There is no desire for the Patio to become big; in fact, we want it to stay comfortably small, small enough for true and active relationships to develop. We want the Patio to remain small enough for people to share life together, not just participate in organized activities. Bigger is not better. We want the group to remain intimate enough to be able to discern each other’s spiritual gifts and to identify the 1 Timothy 3 character qualifications necessary for leadership. Our hope is to see gatherings like the Patio springing up all over town like toadstools after a rain, but with no need for a central, controlling authority structure other than honest adherence to the Bible. Like the early church, we need the Word of God to keep us heading in the right direction and to rein us in when we start to go off course.
The Patio does not view itself as the goal or an end product worthy of cloning via franchises. We simply believe our understanding of the Body of Christ is one worth sharing. We are under no illusion that we have stumbled upon the perfect structure or set of practices for all of the church worldwide. We are simply one of many styles in which the Body of Christ manifests itself in the world today.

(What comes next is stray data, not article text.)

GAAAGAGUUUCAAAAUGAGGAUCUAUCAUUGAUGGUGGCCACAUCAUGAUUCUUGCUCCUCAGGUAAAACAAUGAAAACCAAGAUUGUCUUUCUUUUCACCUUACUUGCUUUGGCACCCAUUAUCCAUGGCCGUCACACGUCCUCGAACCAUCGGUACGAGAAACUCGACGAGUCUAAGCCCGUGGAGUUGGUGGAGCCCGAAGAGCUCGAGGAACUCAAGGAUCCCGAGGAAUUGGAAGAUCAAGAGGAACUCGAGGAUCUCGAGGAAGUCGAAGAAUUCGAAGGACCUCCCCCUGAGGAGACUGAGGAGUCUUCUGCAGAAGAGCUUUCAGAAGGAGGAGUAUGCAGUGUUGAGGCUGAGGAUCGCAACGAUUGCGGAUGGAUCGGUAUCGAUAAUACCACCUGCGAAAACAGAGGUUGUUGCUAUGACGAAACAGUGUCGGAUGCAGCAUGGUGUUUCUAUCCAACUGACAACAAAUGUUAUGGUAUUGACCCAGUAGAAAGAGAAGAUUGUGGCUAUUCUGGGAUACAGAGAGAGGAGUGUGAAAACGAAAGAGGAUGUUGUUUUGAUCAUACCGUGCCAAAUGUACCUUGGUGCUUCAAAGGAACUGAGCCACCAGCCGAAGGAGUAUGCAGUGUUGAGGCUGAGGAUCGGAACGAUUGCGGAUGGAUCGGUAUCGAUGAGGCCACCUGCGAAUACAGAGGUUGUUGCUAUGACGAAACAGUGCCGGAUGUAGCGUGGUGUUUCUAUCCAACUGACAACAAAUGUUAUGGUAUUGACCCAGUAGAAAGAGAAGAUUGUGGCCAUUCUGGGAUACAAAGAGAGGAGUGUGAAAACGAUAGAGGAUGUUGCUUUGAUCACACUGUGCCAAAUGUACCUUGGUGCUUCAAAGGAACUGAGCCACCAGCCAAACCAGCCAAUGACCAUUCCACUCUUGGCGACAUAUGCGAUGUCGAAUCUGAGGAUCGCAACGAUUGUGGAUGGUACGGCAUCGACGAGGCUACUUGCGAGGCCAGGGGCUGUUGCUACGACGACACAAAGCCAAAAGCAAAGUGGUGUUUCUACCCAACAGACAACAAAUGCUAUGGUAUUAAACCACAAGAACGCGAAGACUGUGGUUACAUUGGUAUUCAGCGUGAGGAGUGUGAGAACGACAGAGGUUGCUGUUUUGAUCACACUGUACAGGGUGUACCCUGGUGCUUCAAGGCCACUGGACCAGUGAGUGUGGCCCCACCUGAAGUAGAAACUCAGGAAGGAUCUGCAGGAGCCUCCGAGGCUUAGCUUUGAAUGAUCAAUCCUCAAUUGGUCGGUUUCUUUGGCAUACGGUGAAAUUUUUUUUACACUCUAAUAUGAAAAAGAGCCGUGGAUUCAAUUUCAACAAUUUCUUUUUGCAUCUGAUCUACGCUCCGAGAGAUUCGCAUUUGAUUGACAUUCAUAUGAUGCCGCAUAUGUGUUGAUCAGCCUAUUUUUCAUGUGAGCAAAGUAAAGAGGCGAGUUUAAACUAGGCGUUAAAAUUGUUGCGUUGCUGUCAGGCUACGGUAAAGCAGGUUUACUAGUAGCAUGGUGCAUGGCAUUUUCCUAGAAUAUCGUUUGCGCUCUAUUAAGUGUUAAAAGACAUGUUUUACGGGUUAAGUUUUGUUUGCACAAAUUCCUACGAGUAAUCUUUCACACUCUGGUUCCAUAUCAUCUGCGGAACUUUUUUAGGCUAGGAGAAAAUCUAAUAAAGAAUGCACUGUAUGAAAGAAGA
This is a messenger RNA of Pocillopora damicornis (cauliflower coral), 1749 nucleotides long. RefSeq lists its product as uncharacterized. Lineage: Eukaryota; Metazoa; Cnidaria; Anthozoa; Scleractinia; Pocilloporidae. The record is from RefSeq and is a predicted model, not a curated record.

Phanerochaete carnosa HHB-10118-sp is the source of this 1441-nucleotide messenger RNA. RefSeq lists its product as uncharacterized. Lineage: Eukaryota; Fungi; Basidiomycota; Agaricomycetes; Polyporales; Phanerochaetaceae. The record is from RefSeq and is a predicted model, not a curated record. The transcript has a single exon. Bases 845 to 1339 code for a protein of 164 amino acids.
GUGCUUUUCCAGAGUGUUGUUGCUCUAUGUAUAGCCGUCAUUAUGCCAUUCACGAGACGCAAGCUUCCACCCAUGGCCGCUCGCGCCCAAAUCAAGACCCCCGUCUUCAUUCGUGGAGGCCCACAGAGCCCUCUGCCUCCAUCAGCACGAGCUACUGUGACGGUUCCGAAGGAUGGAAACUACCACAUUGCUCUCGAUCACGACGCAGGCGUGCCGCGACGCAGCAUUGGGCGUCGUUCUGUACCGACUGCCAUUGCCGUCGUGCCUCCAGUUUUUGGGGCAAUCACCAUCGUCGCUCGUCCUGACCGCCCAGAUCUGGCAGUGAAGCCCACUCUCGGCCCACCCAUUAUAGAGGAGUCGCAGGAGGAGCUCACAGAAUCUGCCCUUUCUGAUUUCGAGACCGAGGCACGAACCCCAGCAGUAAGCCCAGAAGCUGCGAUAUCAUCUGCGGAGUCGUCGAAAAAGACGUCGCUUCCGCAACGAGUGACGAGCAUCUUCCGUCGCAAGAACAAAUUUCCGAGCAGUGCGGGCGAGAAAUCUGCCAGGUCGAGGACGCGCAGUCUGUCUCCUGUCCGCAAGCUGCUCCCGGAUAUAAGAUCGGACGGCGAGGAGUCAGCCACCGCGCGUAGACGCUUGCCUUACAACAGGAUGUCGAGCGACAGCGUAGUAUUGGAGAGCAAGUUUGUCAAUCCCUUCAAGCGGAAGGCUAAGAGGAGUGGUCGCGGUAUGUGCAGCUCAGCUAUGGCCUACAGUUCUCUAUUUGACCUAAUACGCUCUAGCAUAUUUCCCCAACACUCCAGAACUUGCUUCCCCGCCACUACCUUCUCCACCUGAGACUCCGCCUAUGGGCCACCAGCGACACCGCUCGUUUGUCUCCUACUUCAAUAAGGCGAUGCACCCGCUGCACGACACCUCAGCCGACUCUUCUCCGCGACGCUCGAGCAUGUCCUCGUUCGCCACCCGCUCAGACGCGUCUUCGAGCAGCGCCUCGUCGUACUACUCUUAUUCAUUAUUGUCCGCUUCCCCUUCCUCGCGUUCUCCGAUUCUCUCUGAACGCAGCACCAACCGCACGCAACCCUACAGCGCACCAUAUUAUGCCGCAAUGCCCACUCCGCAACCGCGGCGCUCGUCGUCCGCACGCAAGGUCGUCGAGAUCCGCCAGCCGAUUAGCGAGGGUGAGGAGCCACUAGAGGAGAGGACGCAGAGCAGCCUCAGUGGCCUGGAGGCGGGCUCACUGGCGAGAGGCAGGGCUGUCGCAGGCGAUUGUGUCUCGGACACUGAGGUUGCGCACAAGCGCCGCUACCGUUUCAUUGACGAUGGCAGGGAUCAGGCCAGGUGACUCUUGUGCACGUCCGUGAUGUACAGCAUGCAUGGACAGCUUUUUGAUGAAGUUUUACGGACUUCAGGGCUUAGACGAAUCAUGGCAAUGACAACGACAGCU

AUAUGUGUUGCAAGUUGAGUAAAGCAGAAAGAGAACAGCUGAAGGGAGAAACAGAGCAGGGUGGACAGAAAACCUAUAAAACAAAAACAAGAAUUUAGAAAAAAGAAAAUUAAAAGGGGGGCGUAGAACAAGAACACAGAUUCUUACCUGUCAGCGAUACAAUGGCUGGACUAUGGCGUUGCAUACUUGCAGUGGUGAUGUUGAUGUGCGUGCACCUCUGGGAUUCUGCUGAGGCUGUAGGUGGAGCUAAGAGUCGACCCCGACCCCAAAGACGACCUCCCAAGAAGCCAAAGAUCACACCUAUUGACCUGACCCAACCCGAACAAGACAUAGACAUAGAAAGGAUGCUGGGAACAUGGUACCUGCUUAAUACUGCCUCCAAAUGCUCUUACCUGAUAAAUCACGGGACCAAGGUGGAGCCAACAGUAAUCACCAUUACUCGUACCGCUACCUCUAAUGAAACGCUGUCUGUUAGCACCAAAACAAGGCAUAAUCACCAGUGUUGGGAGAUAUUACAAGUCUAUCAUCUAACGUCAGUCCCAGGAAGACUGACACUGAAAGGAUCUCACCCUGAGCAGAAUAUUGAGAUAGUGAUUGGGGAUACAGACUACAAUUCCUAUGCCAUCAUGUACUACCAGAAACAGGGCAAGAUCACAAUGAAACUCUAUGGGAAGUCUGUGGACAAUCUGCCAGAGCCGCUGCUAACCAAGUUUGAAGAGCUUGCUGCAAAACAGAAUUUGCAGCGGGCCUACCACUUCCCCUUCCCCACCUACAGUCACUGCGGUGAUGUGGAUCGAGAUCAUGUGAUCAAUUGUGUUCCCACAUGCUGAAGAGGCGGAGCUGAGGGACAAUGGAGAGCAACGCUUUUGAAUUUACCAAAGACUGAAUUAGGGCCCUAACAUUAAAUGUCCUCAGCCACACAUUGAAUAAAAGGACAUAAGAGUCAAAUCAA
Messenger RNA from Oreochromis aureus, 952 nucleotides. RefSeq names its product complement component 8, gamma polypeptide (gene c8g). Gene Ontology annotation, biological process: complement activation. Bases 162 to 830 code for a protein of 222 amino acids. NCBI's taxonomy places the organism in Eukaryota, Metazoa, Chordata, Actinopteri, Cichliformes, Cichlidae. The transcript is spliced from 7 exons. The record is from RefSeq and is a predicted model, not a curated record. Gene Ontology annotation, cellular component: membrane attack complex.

What makes the Patio the special place for our friend is that she is welcomed as a participant and not as a spectator. She likes the way the “sermons” are sometimes simply a set of questions discussed in small groups and then tied together by the leader at the end. Since preaching is not listed in the Bible as a requirement for a pastor of the church, the Patio focuses on teaching, which is a requirement. Our teaching goals are understanding and application, not only accumulation and repetition.